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Film Review: It's hard to laugh at this 'Identity Thief'

February 09, 2013|By Andy Klein
  • Jason Bateman and Melissa McCarthy in "Identity Thief."
Jason Bateman and Melissa McCarthy in "Identity… (Courtesy of Universal…)

In real life, there's nothing funny about identity theft, as anyone who's gone through it can attest. (Believe me, I learned the hard way.) Unfortunately, if the new comedy "Identity Thief" is anything to go by, there's nothing funny about it on screen either.

OK, not nothing funny. Let's be generous to director Seth Gordon and screenwriters Craig Mazin and Jerry Eeten and say there's not very much funny here. It's a film built around a simple log line: average nice guy must share a road trip with the resourceful sociopath who has destroyed his credit rating (and pretty much everything else in his life).

The basic notion — two people unwillingly on the road together are forced to get along, eventually realizing each other's worth and learning life lessons — is ancient. In movies, it goes back (at least) to Frank Capra's 1934 romantic comedy “It Happened One Night,” which spawned a number of cookie-cutter imitations. While initially showing strictly male-female pairs, the genre for the last few decades has shown up primarily as male-male films — call them “bromantic comedies.” (There's a doctoral dissertation to be written on why the culture created this gender switch.) “Rain Man” may be the most acclaimed, but the two best remain “Midnight Run” and “Planes, Trains and Automobiles.” (To his credit, producer/star Jason Bateman openly cites these two films as models.)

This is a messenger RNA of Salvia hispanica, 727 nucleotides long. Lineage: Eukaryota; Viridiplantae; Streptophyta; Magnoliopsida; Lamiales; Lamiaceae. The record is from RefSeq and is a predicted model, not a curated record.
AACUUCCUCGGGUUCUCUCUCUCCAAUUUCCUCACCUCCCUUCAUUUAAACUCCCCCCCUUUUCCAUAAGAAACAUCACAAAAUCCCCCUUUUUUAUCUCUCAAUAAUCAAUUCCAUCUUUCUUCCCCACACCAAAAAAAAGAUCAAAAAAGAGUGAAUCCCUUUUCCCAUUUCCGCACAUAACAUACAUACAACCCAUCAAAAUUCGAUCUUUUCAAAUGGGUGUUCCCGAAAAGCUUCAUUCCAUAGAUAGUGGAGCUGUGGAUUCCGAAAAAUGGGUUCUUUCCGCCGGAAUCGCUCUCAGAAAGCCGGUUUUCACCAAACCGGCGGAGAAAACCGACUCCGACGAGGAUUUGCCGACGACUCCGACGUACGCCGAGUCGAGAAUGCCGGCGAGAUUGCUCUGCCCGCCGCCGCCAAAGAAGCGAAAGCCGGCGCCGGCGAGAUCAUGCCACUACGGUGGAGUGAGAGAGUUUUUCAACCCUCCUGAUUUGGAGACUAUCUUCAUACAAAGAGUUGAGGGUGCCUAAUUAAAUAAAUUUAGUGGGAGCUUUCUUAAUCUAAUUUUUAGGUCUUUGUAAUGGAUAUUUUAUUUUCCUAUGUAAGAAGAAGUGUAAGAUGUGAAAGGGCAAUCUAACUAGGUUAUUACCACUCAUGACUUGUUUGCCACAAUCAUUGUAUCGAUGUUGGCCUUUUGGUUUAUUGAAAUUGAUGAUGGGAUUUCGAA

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Apparently “Identity Thief” was originally conceived in accordance with the predominant gender preference, but, following Melissa McCarthy's breakout success in “Bridesmaids,” someone had the very good idea to cast her as the thief. This significantly shifts the tone and some of the themes running throughout. For one thing, the opening really emphasizes Sandy Patterson's beautiful wife (Amanda Peet) and children, to minimize the chance of awkward romantic feelings between Sandy and Diana (McCarthy).

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